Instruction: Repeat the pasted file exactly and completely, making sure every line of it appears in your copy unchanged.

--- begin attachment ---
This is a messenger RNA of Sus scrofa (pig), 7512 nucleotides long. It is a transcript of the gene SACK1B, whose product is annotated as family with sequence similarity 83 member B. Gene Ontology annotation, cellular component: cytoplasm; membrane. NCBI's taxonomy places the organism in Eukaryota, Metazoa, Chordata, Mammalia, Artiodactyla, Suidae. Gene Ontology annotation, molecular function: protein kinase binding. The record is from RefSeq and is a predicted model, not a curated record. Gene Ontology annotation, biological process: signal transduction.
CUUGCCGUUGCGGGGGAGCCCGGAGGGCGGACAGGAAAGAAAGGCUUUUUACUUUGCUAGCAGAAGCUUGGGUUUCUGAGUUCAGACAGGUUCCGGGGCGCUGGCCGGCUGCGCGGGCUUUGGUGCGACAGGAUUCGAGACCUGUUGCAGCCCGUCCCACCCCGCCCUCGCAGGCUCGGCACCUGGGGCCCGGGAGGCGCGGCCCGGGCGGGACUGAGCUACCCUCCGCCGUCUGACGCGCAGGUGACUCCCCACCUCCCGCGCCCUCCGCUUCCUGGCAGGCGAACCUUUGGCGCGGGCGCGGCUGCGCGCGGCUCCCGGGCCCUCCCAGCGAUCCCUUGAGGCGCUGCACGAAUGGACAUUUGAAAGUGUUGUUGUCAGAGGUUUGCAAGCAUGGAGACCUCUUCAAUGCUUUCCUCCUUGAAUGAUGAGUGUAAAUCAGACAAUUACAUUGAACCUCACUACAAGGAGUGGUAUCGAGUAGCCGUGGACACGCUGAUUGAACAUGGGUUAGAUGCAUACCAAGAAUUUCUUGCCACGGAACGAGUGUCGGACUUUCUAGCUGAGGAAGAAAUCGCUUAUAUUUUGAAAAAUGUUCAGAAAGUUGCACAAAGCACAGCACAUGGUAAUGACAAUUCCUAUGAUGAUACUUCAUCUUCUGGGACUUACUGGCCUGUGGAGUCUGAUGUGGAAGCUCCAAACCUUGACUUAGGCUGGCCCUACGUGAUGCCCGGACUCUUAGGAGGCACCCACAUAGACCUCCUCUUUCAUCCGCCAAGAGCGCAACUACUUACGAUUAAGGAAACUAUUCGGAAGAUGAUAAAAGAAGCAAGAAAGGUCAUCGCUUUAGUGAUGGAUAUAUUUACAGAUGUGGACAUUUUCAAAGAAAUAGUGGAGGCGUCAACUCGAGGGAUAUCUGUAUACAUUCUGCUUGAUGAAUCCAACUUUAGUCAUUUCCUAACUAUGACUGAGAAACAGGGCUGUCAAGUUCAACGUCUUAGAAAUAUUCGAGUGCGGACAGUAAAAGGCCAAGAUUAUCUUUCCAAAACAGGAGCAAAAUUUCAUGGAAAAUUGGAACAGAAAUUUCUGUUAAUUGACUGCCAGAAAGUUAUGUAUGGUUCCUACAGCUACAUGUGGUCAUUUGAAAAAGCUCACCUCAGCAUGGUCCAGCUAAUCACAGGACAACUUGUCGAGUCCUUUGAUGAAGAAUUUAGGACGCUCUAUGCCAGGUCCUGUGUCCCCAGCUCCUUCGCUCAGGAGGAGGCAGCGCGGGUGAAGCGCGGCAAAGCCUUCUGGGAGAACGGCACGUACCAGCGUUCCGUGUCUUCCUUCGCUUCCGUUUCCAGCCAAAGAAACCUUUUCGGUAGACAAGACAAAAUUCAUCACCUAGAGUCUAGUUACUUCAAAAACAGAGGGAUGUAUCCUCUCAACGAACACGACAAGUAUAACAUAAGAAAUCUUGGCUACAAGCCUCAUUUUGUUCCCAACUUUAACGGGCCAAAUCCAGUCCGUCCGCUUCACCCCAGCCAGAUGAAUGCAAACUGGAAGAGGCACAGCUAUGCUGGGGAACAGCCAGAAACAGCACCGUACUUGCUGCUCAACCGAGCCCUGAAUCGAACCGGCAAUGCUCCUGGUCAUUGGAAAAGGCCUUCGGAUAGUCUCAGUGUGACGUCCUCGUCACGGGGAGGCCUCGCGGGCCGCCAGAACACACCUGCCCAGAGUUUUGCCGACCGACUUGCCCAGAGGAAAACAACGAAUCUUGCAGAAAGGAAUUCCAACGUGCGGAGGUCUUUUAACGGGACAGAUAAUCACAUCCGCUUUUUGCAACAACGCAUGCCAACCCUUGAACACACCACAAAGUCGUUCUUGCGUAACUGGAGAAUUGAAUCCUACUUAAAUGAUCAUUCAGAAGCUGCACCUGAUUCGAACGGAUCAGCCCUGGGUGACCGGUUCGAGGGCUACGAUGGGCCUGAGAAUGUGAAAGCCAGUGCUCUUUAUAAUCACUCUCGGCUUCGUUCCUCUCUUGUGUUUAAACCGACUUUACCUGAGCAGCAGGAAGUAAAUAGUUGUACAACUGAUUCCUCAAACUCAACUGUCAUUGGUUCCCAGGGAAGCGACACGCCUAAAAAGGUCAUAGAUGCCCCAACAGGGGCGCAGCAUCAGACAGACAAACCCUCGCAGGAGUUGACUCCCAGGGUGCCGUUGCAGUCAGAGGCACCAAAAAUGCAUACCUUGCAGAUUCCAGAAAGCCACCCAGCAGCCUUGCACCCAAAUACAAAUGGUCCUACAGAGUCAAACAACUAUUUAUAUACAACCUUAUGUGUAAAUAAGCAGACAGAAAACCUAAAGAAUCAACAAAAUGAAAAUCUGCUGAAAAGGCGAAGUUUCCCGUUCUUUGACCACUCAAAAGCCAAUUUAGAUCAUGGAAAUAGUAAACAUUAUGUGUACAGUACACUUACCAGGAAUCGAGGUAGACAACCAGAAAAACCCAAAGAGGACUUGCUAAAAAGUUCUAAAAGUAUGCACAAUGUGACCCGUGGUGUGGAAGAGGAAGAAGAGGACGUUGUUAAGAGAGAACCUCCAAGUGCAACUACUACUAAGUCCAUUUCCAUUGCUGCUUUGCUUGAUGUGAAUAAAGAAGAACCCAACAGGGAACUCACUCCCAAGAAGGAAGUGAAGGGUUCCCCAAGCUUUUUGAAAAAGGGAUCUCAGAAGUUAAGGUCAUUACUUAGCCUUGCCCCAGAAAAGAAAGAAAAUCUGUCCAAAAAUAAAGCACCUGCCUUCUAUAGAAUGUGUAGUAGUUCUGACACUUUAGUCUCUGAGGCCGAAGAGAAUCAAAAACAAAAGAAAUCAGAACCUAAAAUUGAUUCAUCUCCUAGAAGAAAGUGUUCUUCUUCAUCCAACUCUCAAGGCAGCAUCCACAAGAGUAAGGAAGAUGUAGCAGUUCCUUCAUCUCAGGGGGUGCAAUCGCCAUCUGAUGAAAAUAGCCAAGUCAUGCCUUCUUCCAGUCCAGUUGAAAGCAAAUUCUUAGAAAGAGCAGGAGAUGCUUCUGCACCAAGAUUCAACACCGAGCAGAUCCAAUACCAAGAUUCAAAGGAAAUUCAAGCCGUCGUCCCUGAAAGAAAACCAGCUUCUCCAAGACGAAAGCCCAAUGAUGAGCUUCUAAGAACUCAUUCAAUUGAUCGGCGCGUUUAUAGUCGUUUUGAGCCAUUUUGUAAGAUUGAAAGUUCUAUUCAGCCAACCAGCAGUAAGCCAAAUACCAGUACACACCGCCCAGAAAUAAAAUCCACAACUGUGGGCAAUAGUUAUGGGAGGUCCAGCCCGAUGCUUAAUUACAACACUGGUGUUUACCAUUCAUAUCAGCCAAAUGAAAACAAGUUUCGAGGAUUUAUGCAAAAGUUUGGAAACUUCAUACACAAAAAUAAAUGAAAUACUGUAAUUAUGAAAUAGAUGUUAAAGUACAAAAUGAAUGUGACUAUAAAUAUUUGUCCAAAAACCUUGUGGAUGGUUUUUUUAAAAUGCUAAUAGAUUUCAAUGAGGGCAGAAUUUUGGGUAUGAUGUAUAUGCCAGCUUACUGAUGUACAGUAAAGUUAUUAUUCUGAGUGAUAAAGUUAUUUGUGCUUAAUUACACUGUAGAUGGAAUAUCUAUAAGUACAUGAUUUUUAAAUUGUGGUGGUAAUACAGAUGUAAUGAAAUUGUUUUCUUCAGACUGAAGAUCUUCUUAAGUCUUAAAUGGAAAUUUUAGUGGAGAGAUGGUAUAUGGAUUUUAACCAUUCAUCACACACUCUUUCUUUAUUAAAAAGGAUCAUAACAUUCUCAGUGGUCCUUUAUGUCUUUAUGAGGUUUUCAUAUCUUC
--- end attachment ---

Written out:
This is a messenger RNA of Sus scrofa (pig), 7512 nucleotides long. It is a transcript of the gene SACK1B, whose product is annotated as family with sequence similarity 83 member B. Gene Ontology annotation, cellular component: cytoplasm; membrane. NCBI's taxonomy places the organism in Eukaryota, Metazoa, Chordata, Mammalia, Artiodactyla, Suidae. Gene Ontology annotation, molecular function: protein kinase binding. The record is from RefSeq and is a predicted model, not a curated record. Gene Ontology annotation, biological process: signal transduction.
CUUGCCGUUGCGGGGGAGCCCGGAGGGCGGACAGGAAAGAAAGGCUUUUUACUUUGCUAGCAGAAGCUUGGGUUUCUGAGUUCAGACAGGUUCCGGGGCGCUGGCCGGCUGCGCGGGCUUUGGUGCGACAGGAUUCGAGACCUGUUGCAGCCCGUCCCACCCCGCCCUCGCAGGCUCGGCACCUGGGGCCCGGGAGGCGCGGCCCGGGCGGGACUGAGCUACCCUCCGCCGUCUGACGCGCAGGUGACUCCCCACCUCCCGCGCCCUCCGCUUCCUGGCAGGCGAACCUUUGGCGCGGGCGCGGCUGCGCGCGGCUCCCGGGCCCUCCCAGCGAUCCCUUGAGGCGCUGCACGAAUGGACAUUUGAAAGUGUUGUUGUCAGAGGUUUGCAAGCAUGGAGACCUCUUCAAUGCUUUCCUCCUUGAAUGAUGAGUGUAAAUCAGACAAUUACAUUGAACCUCACUACAAGGAGUGGUAUCGAGUAGCCGUGGACACGCUGAUUGAACAUGGGUUAGAUGCAUACCAAGAAUUUCUUGCCACGGAACGAGUGUCGGACUUUCUAGCUGAGGAAGAAAUCGCUUAUAUUUUGAAAAAUGUUCAGAAAGUUGCACAAAGCACAGCACAUGGUAAUGACAAUUCCUAUGAUGAUACUUCAUCUUCUGGGACUUACUGGCCUGUGGAGUCUGAUGUGGAAGCUCCAAACCUUGACUUAGGCUGGCCCUACGUGAUGCCCGGACUCUUAGGAGGCACCCACAUAGACCUCCUCUUUCAUCCGCCAAGAGCGCAACUACUUACGAUUAAGGAAACUAUUCGGAAGAUGAUAAAAGAAGCAAGAAAGGUCAUCGCUUUAGUGAUGGAUAUAUUUACAGAUGUGGACAUUUUCAAAGAAAUAGUGGAGGCGUCAACUCGAGGGAUAUCUGUAUACAUUCUGCUUGAUGAAUCCAACUUUAGUCAUUUCCUAACUAUGACUGAGAAACAGGGCUGUCAAGUUCAACGUCUUAGAAAUAUUCGAGUGCGGACAGUAAAAGGCCAAGAUUAUCUUUCCAAAACAGGAGCAAAAUUUCAUGGAAAAUUGGAACAGAAAUUUCUGUUAAUUGACUGCCAGAAAGUUAUGUAUGGUUCCUACAGCUACAUGUGGUCAUUUGAAAAAGCUCACCUCAGCAUGGUCCAGCUAAUCACAGGACAACUUGUCGAGUCCUUUGAUGAAGAAUUUAGGACGCUCUAUGCCAGGUCCUGUGUCCCCAGCUCCUUCGCUCAGGAGGAGGCAGCGCGGGUGAAGCGCGGCAAAGCCUUCUGGGAGAACGGCACGUACCAGCGUUCCGUGUCUUCCUUCGCUUCCGUUUCCAGCCAAAGAAACCUUUUCGGUAGACAAGACAAAAUUCAUCACCUAGAGUCUAGUUACUUCAAAAACAGAGGGAUGUAUCCUCUCAACGAACACGACAAGUAUAACAUAAGAAAUCUUGGCUACAAGCCUCAUUUUGUUCCCAACUUUAACGGGCCAAAUCCAGUCCGUCCGCUUCACCCCAGCCAGAUGAAUGCAAACUGGAAGAGGCACAGCUAUGCUGGGGAACAGCCAGAAACAGCACCGUACUUGCUGCUCAACCGAGCCCUGAAUCGAACCGGCAAUGCUCCUGGUCAUUGGAAAAGGCCUUCGGAUAGUCUCAGUGUGACGUCCUCGUCACGGGGAGGCCUCGCGGGCCGCCAGAACACACCUGCCCAGAGUUUUGCCGACCGACUUGCCCAGAGGAAAACAACGAAUCUUGCAGAAAGGAAUUCCAACGUGCGGAGGUCUUUUAACGGGACAGAUAAUCACAUCCGCUUUUUGCAACAACGCAUGCCAACCCUUGAACACACCACAAAGUCGUUCUUGCGUAACUGGAGAAUUGAAUCCUACUUAAAUGAUCAUUCAGAAGCUGCACCUGAUUCGAACGGAUCAGCCCUGGGUGACCGGUUCGAGGGCUACGAUGGGCCUGAGAAUGUGAAAGCCAGUGCUCUUUAUAAUCACUCUCGGCUUCGUUCCUCUCUUGUGUUUAAACCGACUUUACCUGAGCAGCAGGAAGUAAAUAGUUGUACAACUGAUUCCUCAAACUCAACUGUCAUUGGUUCCCAGGGAAGCGACACGCCUAAAAAGGUCAUAGAUGCCCCAACAGGGGCGCAGCAUCAGACAGACAAACCCUCGCAGGAGUUGACUCCCAGGGUGCCGUUGCAGUCAGAGGCACCAAAAAUGCAUACCUUGCAGAUUCCAGAAAGCCACCCAGCAGCCUUGCACCCAAAUACAAAUGGUCCUACAGAGUCAAACAACUAUUUAUAUACAACCUUAUGUGUAAAUAAGCAGACAGAAAACCUAAAGAAUCAACAAAAUGAAAAUCUGCUGAAAAGGCGAAGUUUCCCGUUCUUUGACCACUCAAAAGCCAAUUUAGAUCAUGGAAAUAGUAAACAUUAUGUGUACAGUACACUUACCAGGAAUCGAGGUAGACAACCAGAAAAACCCAAAGAGGACUUGCUAAAAAGUUCUAAAAGUAUGCACAAUGUGACCCGUGGUGUGGAAGAGGAAGAAGAGGACGUUGUUAAGAGAGAACCUCCAAGUGCAACUACUACUAAGUCCAUUUCCAUUGCUGCUUUGCUUGAUGUGAAUAAAGAAGAACCCAACAGGGAACUCACUCCCAAGAAGGAAGUGAAGGGUUCCCCAAGCUUUUUGAAAAAGGGAUCUCAGAAGUUAAGGUCAUUACUUAGCCUUGCCCCAGAAAAGAAAGAAAAUCUGUCCAAAAAUAAAGCACCUGCCUUCUAUAGAAUGUGUAGUAGUUCUGACACUUUAGUCUCUGAGGCCGAAGAGAAUCAAAAACAAAAGAAAUCAGAACCUAAAAUUGAUUCAUCUCCUAGAAGAAAGUGUUCUUCUUCAUCCAACUCUCAAGGCAGCAUCCACAAGAGUAAGGAAGAUGUAGCAGUUCCUUCAUCUCAGGGGGUGCAAUCGCCAUCUGAUGAAAAUAGCCAAGUCAUGCCUUCUUCCAGUCCAGUUGAAAGCAAAUUCUUAGAAAGAGCAGGAGAUGCUUCUGCACCAAGAUUCAACACCGAGCAGAUCCAAUACCAAGAUUCAAAGGAAAUUCAAGCCGUCGUCCCUGAAAGAAAACCAGCUUCUCCAAGACGAAAGCCCAAUGAUGAGCUUCUAAGAACUCAUUCAAUUGAUCGGCGCGUUUAUAGUCGUUUUGAGCCAUUUUGUAAGAUUGAAAGUUCUAUUCAGCCAACCAGCAGUAAGCCAAAUACCAGUACACACCGCCCAGAAAUAAAAUCCACAACUGUGGGCAAUAGUUAUGGGAGGUCCAGCCCGAUGCUUAAUUACAACACUGGUGUUUACCAUUCAUAUCAGCCAAAUGAAAACAAGUUUCGAGGAUUUAUGCAAAAGUUUGGAAACUUCAUACACAAAAAUAAAUGAAAUACUGUAAUUAUGAAAUAGAUGUUAAAGUACAAAAUGAAUGUGACUAUAAAUAUUUGUCCAAAAACCUUGUGGAUGGUUUUUUUAAAAUGCUAAUAGAUUUCAAUGAGGGCAGAAUUUUGGGUAUGAUGUAUAUGCCAGCUUACUGAUGUACAGUAAAGUUAUUAUUCUGAGUGAUAAAGUUAUUUGUGCUUAAUUACACUGUAGAUGGAAUAUCUAUAAGUACAUGAUUUUUAAAUUGUGGUGGUAAUACAGAUGUAAUGAAAUUGUUUUCUUCAGACUGAAGAUCUUCUUAAGUCUUAAAUGGAAAUUUUAGUGGAGAGAUGGUAUAUGGAUUUUAACCAUUCAUCACACACUCUUUCUUUAUUAAAAAGGAUCAUAACAUUCUCAGUGGUCCUUUAUGUCUUUAUGAGGUUUUCAUAUCUUC